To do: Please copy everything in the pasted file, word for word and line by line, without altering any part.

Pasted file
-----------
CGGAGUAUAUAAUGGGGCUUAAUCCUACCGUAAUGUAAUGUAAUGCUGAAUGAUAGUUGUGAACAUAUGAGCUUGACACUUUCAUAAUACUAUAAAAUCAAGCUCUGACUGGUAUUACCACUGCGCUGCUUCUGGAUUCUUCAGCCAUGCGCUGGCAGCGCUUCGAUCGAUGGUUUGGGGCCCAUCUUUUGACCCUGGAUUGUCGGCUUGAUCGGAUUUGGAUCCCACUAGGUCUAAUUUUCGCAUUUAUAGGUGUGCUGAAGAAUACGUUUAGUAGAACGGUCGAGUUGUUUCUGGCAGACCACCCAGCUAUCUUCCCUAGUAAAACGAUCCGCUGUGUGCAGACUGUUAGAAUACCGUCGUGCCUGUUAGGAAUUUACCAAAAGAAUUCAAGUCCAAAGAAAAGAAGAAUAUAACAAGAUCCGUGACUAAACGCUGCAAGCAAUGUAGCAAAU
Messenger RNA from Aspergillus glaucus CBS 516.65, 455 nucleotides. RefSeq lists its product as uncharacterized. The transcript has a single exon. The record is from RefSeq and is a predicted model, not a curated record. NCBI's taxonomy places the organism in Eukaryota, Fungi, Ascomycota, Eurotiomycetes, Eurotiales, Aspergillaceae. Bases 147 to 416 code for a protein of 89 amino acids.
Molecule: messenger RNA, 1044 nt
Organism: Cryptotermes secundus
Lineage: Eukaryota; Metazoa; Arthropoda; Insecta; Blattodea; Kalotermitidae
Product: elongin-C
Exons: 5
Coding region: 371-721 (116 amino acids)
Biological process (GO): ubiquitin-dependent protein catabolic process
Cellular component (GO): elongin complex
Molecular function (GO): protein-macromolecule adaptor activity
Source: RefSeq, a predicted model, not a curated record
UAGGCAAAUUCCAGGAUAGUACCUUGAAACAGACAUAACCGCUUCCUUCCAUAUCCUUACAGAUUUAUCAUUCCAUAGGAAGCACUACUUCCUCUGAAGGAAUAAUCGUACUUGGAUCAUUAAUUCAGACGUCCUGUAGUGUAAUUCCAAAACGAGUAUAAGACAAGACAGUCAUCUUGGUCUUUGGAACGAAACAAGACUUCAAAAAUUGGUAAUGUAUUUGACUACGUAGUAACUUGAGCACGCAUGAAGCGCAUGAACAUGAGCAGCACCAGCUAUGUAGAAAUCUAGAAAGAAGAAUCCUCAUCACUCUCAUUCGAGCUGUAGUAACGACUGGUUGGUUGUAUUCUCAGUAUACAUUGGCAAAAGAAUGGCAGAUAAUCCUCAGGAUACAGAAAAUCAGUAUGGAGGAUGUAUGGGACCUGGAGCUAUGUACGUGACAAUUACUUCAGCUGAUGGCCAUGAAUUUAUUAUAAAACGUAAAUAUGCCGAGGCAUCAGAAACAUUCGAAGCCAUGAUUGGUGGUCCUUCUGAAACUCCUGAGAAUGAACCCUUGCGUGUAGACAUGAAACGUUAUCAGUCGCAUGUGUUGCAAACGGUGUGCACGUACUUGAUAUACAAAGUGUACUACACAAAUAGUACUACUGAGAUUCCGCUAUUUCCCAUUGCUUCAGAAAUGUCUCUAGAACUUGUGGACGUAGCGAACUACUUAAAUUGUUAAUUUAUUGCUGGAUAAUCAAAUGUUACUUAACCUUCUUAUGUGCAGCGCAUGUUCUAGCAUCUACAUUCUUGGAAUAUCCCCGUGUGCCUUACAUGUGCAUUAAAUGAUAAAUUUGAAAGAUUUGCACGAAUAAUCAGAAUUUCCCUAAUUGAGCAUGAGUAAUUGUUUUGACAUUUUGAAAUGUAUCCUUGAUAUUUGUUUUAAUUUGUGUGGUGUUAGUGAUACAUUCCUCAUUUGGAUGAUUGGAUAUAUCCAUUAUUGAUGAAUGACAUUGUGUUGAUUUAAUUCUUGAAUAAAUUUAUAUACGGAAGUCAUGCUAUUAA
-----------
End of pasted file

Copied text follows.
CGGAGUAUAUAAUGGGGCUUAAUCCUACCGUAAUGUAAUGUAAUGCUGAAUGAUAGUUGUGAACAUAUGAGCUUGACACUUUCAUAAUACUAUAAAAUCAAGCUCUGACUGGUAUUACCACUGCGCUGCUUCUGGAUUCUUCAGCCAUGCGCUGGCAGCGCUUCGAUCGAUGGUUUGGGGCCCAUCUUUUGACCCUGGAUUGUCGGCUUGAUCGGAUUUGGAUCCCACUAGGUCUAAUUUUCGCAUUUAUAGGUGUGCUGAAGAAUACGUUUAGUAGAACGGUCGAGUUGUUUCUGGCAGACCACCCAGCUAUCUUCCCUAGUAAAACGAUCCGCUGUGUGCAGACUGUUAGAAUACCGUCGUGCCUGUUAGGAAUUUACCAAAAGAAUUCAAGUCCAAAGAAAAGAAGAAUAUAACAAGAUCCGUGACUAAACGCUGCAAGCAAUGUAGCAAAU
Messenger RNA from Aspergillus glaucus CBS 516.65, 455 nucleotides. RefSeq lists its product as uncharacterized. The transcript has a single exon. The record is from RefSeq and is a predicted model, not a curated record. NCBI's taxonomy places the organism in Eukaryota, Fungi, Ascomycota, Eurotiomycetes, Eurotiales, Aspergillaceae. Bases 147 to 416 code for a protein of 89 amino acids.
Molecule: messenger RNA, 1044 nt
Organism: Cryptotermes secundus
Lineage: Eukaryota; Metazoa; Arthropoda; Insecta; Blattodea; Kalotermitidae
Product: elongin-C
Exons: 5
Coding region: 371-721 (116 amino acids)
Biological process (GO): ubiquitin-dependent protein catabolic process
Cellular component (GO): elongin complex
Molecular function (GO): protein-macromolecule adaptor activity
Source: RefSeq, a predicted model, not a curated record
UAGGCAAAUUCCAGGAUAGUACCUUGAAACAGACAUAACCGCUUCCUUCCAUAUCCUUACAGAUUUAUCAUUCCAUAGGAAGCACUACUUCCUCUGAAGGAAUAAUCGUACUUGGAUCAUUAAUUCAGACGUCCUGUAGUGUAAUUCCAAAACGAGUAUAAGACAAGACAGUCAUCUUGGUCUUUGGAACGAAACAAGACUUCAAAAAUUGGUAAUGUAUUUGACUACGUAGUAACUUGAGCACGCAUGAAGCGCAUGAACAUGAGCAGCACCAGCUAUGUAGAAAUCUAGAAAGAAGAAUCCUCAUCACUCUCAUUCGAGCUGUAGUAACGACUGGUUGGUUGUAUUCUCAGUAUACAUUGGCAAAAGAAUGGCAGAUAAUCCUCAGGAUACAGAAAAUCAGUAUGGAGGAUGUAUGGGACCUGGAGCUAUGUACGUGACAAUUACUUCAGCUGAUGGCCAUGAAUUUAUUAUAAAACGUAAAUAUGCCGAGGCAUCAGAAACAUUCGAAGCCAUGAUUGGUGGUCCUUCUGAAACUCCUGAGAAUGAACCCUUGCGUGUAGACAUGAAACGUUAUCAGUCGCAUGUGUUGCAAACGGUGUGCACGUACUUGAUAUACAAAGUGUACUACACAAAUAGUACUACUGAGAUUCCGCUAUUUCCCAUUGCUUCAGAAAUGUCUCUAGAACUUGUGGACGUAGCGAACUACUUAAAUUGUUAAUUUAUUGCUGGAUAAUCAAAUGUUACUUAACCUUCUUAUGUGCAGCGCAUGUUCUAGCAUCUACAUUCUUGGAAUAUCCCCGUGUGCCUUACAUGUGCAUUAAAUGAUAAAUUUGAAAGAUUUGCACGAAUAAUCAGAAUUUCCCUAAUUGAGCAUGAGUAAUUGUUUUGACAUUUUGAAAUGUAUCCUUGAUAUUUGUUUUAAUUUGUGUGGUGUUAGUGAUACAUUCCUCAUUUGGAUGAUUGGAUAUAUCCAUUAUUGAUGAAUGACAUUGUGUUGAUUUAAUUCUUGAAUAAAUUUAUAUACGGAAGUCAUGCUAUUAA